Gulf War Syndrome
In November of 2008, the Committee on Gulf War Veterans’ Illnesses presented a 450 page report to Secretary of Veterans Affairs James Peake. The report stated that the Gulf War Syndrome (GWS), previously dismissed as a psychosomatic disorder, is a very real illness affecting between 25-50 percent of the 700,000 U.S. Veterans who participated in the 1991 Gulf War.
GSI was likely caused by repeated exposure to toxic chemicals, including overused pesticides, drugs given to the U.S. troops for protection against nerve gas, smoke from oil fires, anthrax vaccines, and exposure to depleted uranium. Additionally, a 2004 British study found that Gulf War veterans (GWV) were 40-50 percent more likely to be unable to start a pregnancy and were 2 to 3 times more likely to having children with birth defects.
According to the report, 62 percent of ground troops interviewed reported some form of pesticide use. Forty-four percent used pesticide sprays daily and 26 percent used pesticide lotions a median of 20 times per month. The most commonly used compound was DEET, used by half of all personal almost daily. Permethrin was used by fewer personnel but was on average, used daily.
The Pesticide Information Project of Cooperative Extension Offices of Cornell University states that “Everglades National Park employees having extensive DEET exposure were more likely to have insomnia, mood disturbances and impaired cognitive function than were lesser exposed co-workers”. Additionally, the Environmental Protection Agency classified permethrin as “Likely to be Carcinogenic to Humans” by the oral route. This classification was based on two reproducible benign tumor types (lung and liver) in the mouse, equivocal evidence of carcinogenicity in Long- Evans rats, and supporting structural activity relationship information.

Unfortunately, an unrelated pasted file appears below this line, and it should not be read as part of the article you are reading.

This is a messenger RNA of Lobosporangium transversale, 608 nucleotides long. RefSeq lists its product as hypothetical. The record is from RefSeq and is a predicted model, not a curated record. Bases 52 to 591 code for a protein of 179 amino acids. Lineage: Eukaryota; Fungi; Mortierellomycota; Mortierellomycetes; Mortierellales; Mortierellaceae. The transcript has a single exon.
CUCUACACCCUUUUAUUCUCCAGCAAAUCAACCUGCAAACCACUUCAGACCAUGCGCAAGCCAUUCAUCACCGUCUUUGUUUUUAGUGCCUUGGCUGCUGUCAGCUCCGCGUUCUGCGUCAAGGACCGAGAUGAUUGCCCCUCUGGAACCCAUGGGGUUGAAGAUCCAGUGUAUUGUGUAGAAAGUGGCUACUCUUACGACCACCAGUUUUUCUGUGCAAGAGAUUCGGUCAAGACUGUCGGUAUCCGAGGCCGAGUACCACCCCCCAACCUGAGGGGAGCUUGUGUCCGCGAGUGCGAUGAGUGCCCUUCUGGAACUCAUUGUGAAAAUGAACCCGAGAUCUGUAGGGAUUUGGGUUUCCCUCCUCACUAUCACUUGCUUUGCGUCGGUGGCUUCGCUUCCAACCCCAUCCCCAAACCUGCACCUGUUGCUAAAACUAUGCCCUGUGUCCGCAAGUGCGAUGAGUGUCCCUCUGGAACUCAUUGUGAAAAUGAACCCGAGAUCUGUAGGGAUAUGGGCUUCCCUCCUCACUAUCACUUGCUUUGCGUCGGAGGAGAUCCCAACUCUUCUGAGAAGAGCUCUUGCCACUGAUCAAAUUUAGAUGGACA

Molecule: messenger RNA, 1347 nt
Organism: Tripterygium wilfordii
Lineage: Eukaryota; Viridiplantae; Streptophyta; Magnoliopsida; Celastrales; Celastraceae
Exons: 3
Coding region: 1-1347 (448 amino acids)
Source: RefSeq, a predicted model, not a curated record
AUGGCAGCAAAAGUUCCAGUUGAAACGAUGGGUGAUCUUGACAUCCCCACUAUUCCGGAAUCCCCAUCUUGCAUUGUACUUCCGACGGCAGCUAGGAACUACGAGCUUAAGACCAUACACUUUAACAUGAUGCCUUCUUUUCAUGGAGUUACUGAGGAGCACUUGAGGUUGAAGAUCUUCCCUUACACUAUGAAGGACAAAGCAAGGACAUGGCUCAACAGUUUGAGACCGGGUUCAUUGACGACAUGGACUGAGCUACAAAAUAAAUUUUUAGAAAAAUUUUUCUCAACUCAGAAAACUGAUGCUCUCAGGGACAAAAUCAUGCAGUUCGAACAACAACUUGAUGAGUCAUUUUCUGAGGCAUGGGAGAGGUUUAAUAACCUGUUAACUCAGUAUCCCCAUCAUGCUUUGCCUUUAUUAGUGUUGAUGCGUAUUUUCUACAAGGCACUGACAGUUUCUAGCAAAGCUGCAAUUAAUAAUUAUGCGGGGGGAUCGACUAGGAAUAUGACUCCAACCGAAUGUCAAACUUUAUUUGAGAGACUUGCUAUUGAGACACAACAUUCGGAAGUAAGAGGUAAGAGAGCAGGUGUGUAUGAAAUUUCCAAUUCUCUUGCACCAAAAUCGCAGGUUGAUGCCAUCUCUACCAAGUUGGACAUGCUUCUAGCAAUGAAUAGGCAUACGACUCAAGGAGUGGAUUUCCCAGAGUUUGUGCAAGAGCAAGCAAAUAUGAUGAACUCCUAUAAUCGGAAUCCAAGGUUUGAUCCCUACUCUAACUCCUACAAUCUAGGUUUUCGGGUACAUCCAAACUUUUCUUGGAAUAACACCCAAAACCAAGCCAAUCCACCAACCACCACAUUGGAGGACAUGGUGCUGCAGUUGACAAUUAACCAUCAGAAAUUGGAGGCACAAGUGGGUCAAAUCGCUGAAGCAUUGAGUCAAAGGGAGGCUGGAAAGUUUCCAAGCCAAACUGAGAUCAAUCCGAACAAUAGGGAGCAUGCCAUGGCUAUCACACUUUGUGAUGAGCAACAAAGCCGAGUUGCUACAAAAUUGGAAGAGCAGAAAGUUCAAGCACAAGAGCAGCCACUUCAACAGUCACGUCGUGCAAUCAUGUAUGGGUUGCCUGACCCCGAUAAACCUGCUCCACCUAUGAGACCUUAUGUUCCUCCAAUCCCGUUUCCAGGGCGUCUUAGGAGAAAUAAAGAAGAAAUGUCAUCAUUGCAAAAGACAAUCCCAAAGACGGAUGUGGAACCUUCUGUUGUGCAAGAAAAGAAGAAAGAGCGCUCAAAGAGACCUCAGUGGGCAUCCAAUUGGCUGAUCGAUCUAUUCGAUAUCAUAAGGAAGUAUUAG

Permethrin also has been shown to kill 1 in 10 cats exposed to permethrin with 90 percent of them displaying symptoms of twitching and convulsions. Furthermore, a study by the Predictive Toxicology Research Group in Inda found significant functional impairment of the blood-brain barrier following pesticide exposure during development in rats, even after one exposure.
Depleted uranium, used in tank kinetic energy penetrator and autocannon rounds on a large scale in the Gulf War, has been recognized as a neurotoxin. Uranium is a heavy metal and chemical toxicant with nephrotoxic (kidney damaging), teratogenic (birth defect causing), and carcinogenic properties and is usually associated with a variety of illnesses. In a study of U.K. troops serving in the gulf, the risk of malformation among pregnancies reported by men was 50 percent higher in GWV, compared to non-GWVs.
Depleted uranium has been shown to induce cancer development and genetic mutations, autoimmune diseases and the core functionality of T cells, which play a central role in cell-mediated immunity.
Many of the symptoms of GWS are similar to the symptoms of organophosphate, mustard gas, and nerve gas poisoning. GWV were exposed to a number of sources including nerve gas and pesticides. Over 125,000 U.S. troops were exposed to nerve gas and mustard gas when an Iraqi depot in Khamisiyah, Iraq was bombed in 1991.
Additionally there is speculation that residual chemical agents from the Iran-Iraq war caused environmental contamination and chronic exposure to the troops, consistent with the increased observation of birth defects amongst the Iraqis during the period of the Gulf War.
Nerve Gas Protection